Based on rating 4
80

‘More is more’ seems to be the philosophy of seven-strong Aussie psych-rockers King Gizzard And The Lizard Wizard, encompassing two drummers and enough harmonica, guitar and synths to give the best of regular prog bands a run for their money. Not that King Gizzard are a regular prog band, encompassing elements of ’60s psychedelia, garage rock and balls-to-the-wall gonzoid jams. And Nonagon Infinity is their third album in a year.

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The Guardian - 80
Based on rating 4/5
80

King Gizzard and the Lizard Wizard have released four albums in less than two years; that lack of downtime might have resulted in an absence of transformative, life-altering experiences to insert into their lyrics, but these Australian psych-rock kooks have always been more about melody, frenzy and impact rather than compelling storytelling. There is a sense of urgency to this latest offering, as if last year’s fey and breezy LP Paper Mâché Dream Balloon acted as a process of blissed-out creative rehab. The rusty screech of Robot Stop kickstarts the record before Gamma Knife careens down a midnight motorway on a flame-streaked motorbike.

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No Ripcord - 70
Based on rating 7/10
70

Album gimmicks can work. And yet there’s always this inherent denial behind the album format as a whole, that you better damn justify any semblance of ambition and make it as coherent as possible or face the malicious “indulgent” tag. The incredibly prolific Australian seven-piece King Gizzard & the Lizard Wizard have been churning out one fuzzed-out psychedelic excursion after another with a mostly satisfactory track record that is beginning to challenge John Dwyer’s longstanding tenure with Thee Oh Sees.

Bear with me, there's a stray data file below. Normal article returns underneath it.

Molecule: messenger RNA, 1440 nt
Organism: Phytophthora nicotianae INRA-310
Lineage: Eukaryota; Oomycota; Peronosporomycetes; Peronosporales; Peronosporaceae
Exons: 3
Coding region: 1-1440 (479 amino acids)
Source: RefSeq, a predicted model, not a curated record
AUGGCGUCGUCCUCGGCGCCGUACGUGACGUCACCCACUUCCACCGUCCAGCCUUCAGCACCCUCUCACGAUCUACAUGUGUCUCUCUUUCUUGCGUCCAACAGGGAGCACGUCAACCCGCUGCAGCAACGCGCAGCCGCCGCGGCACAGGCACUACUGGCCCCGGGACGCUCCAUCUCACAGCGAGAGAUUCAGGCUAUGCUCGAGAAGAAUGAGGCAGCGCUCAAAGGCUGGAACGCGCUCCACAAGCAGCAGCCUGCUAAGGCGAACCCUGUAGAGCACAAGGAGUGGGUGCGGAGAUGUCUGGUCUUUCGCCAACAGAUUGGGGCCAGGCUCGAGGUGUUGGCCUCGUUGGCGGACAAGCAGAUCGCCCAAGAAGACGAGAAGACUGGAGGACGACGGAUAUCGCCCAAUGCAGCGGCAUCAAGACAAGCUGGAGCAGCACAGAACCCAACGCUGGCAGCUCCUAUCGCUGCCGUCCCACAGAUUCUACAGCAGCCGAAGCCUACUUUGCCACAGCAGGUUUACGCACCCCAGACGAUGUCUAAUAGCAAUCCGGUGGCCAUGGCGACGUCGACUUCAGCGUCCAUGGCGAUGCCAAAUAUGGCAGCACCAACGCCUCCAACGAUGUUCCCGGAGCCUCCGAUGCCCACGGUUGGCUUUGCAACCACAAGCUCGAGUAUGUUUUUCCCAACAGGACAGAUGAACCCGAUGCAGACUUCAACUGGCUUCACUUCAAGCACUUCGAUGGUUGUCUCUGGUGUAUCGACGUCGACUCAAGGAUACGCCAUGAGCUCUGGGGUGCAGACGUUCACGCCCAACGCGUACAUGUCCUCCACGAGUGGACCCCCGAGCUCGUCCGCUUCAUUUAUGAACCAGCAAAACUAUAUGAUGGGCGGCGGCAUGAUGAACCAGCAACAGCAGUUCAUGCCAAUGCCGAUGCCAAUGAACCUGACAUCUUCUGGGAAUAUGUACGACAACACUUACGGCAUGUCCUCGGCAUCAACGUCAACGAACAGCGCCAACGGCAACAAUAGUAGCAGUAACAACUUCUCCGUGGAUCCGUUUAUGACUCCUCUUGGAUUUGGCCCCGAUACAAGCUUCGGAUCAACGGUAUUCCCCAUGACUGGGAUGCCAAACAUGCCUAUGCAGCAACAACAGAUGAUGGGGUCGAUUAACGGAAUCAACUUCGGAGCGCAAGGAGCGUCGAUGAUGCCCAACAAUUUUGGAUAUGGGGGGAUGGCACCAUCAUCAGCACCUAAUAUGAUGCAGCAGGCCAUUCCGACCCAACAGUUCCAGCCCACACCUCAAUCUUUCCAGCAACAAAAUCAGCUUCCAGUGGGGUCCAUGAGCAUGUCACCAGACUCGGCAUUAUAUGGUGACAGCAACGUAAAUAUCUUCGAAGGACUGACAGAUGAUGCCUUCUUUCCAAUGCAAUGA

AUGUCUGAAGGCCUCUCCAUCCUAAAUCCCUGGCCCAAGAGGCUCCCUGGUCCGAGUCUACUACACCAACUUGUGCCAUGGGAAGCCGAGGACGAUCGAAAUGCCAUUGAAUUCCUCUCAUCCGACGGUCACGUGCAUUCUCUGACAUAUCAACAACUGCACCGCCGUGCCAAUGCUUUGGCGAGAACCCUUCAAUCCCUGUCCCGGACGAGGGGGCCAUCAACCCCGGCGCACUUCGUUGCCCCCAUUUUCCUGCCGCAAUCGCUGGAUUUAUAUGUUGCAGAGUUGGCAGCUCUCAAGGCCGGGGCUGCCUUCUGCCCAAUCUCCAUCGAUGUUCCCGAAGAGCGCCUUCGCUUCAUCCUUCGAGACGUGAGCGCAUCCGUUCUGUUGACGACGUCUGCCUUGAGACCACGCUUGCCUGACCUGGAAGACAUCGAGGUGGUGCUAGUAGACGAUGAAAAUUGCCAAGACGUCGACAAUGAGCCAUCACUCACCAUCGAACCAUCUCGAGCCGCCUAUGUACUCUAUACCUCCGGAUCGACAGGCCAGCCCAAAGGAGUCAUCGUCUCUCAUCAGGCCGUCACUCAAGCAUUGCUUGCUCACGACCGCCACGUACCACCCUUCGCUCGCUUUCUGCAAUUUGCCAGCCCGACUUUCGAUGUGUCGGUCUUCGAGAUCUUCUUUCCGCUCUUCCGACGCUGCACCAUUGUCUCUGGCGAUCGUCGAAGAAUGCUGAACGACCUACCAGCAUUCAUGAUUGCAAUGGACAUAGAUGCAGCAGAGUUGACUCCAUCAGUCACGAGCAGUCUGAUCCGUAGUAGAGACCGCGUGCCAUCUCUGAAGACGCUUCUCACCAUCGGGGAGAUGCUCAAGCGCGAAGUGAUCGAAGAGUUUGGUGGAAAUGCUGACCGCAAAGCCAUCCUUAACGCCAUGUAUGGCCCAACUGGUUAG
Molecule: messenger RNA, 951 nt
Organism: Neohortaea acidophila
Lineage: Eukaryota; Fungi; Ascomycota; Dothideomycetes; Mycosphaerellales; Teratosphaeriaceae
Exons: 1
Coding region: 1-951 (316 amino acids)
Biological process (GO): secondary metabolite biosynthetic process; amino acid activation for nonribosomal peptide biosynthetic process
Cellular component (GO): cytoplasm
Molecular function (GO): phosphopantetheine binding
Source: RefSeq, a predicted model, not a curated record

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Classic Rock Magazine - 60
Based on rating 3/5
60

Melbourne garage kings ain’t stopping on eighth. King Gizzard sit at garage’s psychedelic, cosmic end, and follow their 60s inspirations in blasting out several LPs a year..

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New Musical Express (NME)
Their review was positive

Reinvention is the calling card of bonkers Australian seven-piece King Gizzard And The Lizard Wizard. They began their career four years ago with the Thee Oh Sees-inspired garage-rock of 2012’s ‘12 Bar Bruise’, and have cheerfully dabbled in bucolic freak-folk (2015’s ‘Paper Mâché Dream Balloon’) and jazzy psych (‘Quarters’, also from 2015) on their way to this, their eighth album. On ‘Nonagon Infinity’ they’re supplementing their traditional fuzz with the frenetic pace and blistering melodies of what they’ve called “the heavier sort of ’70s metal”.

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The Line of Best Fit
Their review was positive

You’d expect a band such as King Gizzard & the Lizard Wizard, with a stage-cramming seven members and a name that sounds like it was conceived by hysterical teens in a haze-filled shed, to be either all over the place or jokers of the avant-garde form. What they prove on Nonagon Infinity, their fourth full-length for the legendary Heavenly Recordings in just under a year and a half, is that they are, at least, both of those things. Usually, the fact that a band has released so much music in such a short space of time would reveal an obvious decline in the effort put into the album, and, as a result of this, the quality of the albums themselves - desperation for a creative fix interwinds with pressure, resulting in a half-arsed filler album, much to the chagrin of the band’s label and fanbase alike.